Immediately, her tweet was discovered by Cristian Siriano who designed her gown for the red carpet and has taken Jones on as his muse for other A-list events.

Photo: Getty Images
Melissa McCarthy Style
Melissa McCarthy

Unable to find a designer who would dress her for the Oscars, McCarthy took matters into her own hands and designed own Emmys dress in 2011. The move eventually spurred the actress's own body-inclusive clothing line.

“When I go shopping, most of the time I’m disappointed," she told Redbook. "Two Oscars ago, I couldn’t find anybody to do a dress for me. I asked five or six designers—very high-level ones who make lots of dresses for people—and they all said no,”

Photo: Getty Images
Octavia Spencer Style
Octavia Spencer

Despite being an Oscar winner, Spencer continues to struggle with finding designers willing to dress her because of her size and height.

I’m just a short, chubby girl,”she told People. “It’s hard for me to find a dress to wear to something like this! It’s a lot of pressure, I’ll tell ya. No designers are coming to me.”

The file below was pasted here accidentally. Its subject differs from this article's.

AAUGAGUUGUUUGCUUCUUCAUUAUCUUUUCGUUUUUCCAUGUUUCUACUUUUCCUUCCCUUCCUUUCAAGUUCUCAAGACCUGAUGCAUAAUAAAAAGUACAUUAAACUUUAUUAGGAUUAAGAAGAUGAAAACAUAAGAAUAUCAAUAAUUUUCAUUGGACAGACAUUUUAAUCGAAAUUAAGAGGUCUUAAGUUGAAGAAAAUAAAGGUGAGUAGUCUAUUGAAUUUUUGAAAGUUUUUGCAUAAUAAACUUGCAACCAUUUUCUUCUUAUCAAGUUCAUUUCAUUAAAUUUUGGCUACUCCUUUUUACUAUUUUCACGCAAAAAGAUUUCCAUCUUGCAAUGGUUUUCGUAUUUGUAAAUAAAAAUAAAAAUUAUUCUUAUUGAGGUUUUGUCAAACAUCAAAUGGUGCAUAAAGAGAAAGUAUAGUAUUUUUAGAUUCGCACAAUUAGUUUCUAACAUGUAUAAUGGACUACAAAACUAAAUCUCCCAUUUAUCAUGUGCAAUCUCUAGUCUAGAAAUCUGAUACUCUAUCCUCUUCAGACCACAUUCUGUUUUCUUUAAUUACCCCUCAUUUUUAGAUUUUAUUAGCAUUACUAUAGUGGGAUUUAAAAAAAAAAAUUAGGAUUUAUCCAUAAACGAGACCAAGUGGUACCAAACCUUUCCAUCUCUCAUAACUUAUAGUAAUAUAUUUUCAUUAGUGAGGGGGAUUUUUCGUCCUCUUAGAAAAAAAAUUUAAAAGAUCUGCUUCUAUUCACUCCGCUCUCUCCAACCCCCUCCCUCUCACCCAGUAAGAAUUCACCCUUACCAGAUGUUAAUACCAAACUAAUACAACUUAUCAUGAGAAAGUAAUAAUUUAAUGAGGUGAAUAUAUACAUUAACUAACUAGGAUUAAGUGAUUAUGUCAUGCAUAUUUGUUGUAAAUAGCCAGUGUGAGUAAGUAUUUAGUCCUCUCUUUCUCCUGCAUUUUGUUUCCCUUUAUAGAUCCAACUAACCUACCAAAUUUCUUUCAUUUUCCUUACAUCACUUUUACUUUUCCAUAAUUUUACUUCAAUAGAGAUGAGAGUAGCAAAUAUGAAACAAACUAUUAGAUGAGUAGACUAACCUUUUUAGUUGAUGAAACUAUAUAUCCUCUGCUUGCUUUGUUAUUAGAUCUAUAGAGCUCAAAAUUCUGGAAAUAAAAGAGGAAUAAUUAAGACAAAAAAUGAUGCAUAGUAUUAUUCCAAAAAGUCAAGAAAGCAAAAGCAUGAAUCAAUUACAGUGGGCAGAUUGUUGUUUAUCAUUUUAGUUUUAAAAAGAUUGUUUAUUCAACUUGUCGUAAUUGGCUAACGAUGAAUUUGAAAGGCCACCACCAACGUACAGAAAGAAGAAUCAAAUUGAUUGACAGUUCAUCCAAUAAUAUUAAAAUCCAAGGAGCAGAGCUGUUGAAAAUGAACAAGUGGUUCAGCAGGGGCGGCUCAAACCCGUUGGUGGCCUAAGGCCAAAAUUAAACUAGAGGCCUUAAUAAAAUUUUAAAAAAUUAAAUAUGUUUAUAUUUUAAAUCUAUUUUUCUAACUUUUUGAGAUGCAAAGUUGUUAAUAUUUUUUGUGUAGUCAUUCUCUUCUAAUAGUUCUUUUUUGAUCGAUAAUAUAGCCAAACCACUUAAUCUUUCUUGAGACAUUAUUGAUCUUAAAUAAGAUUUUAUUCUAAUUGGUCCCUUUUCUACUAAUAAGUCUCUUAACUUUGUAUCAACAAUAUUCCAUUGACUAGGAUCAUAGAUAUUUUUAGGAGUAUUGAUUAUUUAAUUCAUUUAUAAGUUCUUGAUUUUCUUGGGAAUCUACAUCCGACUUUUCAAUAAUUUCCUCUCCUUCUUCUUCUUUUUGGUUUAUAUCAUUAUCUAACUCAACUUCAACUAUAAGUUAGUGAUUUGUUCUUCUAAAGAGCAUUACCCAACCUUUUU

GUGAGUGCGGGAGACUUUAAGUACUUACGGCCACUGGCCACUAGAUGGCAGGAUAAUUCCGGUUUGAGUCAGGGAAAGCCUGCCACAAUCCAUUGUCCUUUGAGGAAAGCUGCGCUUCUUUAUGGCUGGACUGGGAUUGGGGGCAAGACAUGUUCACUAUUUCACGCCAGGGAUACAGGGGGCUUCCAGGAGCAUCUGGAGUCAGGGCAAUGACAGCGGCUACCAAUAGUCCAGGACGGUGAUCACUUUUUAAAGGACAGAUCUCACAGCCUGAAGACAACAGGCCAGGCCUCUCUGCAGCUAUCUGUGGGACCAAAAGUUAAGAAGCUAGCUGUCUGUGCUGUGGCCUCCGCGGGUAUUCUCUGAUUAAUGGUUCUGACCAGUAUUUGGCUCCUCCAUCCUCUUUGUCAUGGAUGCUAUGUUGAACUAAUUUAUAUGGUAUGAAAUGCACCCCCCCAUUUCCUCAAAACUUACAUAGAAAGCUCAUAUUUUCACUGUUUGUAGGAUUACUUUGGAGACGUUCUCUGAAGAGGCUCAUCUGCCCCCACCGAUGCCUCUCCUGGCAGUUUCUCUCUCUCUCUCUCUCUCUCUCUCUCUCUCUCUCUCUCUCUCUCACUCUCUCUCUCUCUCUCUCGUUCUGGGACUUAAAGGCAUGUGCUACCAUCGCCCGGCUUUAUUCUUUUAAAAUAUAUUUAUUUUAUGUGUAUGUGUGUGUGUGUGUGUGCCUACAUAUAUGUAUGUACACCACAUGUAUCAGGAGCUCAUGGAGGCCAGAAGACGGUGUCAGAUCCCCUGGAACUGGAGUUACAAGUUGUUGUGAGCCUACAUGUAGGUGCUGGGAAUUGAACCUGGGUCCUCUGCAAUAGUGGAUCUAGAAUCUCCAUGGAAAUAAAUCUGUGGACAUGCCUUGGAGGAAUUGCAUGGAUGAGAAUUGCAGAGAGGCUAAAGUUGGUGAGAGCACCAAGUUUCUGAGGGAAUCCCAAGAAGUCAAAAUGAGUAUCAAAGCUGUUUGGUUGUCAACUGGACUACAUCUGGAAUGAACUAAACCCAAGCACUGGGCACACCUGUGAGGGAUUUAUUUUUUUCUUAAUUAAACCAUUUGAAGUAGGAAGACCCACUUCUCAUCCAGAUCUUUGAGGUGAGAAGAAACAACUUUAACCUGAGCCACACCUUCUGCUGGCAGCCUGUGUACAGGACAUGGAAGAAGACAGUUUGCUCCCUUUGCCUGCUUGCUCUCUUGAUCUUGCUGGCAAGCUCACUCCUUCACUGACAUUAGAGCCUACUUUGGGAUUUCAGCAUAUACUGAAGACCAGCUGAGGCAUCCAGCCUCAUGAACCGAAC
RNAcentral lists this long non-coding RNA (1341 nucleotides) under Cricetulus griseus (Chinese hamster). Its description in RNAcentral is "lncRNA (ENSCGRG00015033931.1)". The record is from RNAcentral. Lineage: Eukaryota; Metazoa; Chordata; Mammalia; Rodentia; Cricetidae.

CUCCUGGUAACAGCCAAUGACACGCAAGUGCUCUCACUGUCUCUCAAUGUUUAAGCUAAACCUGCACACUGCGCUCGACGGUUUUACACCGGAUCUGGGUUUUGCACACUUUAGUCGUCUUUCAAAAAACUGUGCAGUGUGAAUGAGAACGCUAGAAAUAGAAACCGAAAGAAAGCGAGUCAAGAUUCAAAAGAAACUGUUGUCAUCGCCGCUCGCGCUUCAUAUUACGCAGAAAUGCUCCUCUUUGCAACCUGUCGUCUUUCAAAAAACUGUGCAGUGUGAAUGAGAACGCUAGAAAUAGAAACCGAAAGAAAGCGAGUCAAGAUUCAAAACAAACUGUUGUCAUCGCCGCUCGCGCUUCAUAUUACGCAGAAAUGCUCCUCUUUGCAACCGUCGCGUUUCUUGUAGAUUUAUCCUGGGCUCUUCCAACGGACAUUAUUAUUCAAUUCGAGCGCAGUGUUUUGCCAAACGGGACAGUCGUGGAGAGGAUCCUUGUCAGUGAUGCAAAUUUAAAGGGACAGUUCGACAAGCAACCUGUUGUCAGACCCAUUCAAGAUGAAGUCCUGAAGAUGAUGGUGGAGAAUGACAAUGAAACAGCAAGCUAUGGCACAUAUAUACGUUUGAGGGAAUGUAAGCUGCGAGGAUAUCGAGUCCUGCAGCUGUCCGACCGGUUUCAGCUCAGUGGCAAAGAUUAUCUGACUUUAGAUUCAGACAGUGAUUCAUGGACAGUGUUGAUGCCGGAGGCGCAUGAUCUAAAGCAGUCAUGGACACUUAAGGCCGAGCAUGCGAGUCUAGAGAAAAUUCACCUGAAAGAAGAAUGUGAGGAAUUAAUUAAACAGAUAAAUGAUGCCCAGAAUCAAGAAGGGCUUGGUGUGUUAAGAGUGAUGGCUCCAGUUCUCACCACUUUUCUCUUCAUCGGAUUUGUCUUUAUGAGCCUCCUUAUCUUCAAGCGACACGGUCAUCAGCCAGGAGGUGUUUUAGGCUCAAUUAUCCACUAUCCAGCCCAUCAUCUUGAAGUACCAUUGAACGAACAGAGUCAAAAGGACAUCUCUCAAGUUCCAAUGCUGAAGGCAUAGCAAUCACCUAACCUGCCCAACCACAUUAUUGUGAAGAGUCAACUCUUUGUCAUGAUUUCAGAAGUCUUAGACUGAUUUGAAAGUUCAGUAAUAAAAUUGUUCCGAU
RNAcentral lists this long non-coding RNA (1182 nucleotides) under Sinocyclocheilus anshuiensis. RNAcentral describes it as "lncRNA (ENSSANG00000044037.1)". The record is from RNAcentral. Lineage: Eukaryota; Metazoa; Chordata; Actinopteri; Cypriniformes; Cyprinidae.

Photo: Getty Images
Rachel Bloom Style
Rachel Bloom

Unable to find a designer to lend her a dress for the 2017 Emmys, Bloom was forced to purchase a $3,500 Gucci gown with her own money. After the awards show, the actress took to Twitter to complain about the struggle.

"We didn't ask Gucci to dress me b/c they loan to very few," she tweeted. "That being said, pickings are still slim for non-sample size ladies."

Photo: Getty Images
Aidy Bryant Style
Aidy Bryant

The first time Bryant was dressed in a custom designer gown was at the 2016 Emmys, where Eloquii designed her ensemble. In an interview with People, the "Saturday Night Live" castmember opened up about how difficult it is for her to find red carpet-suitable outfits as a "plus-size" actress.

“I think it’s a different experience for plus-size women in film and television to get clothes for events," she said. "It’s just not as welcoming for us to get cool clothes that are like equal in glamour, in style to what, I am going to say, ‘small size’ co-stars get to wear. So I’ve had experiences on photoshoots or wherever, where there just aren’t options for us."

Photo: Getty Images

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  • Ashley Graham Style
  • Beyonce Style
  • Bryce Dallas Howard Style
  • Christina Hendrix Style
  • Danielle Brooks Style
  • Dascha Polanco Style
  • Khloé Kardashian
  • Leslie Jones Style
  • Melissa McCarthy Style
  • Octavia Spencer Style
  • Rachel Bloom Style
  • Aidy Bryant Style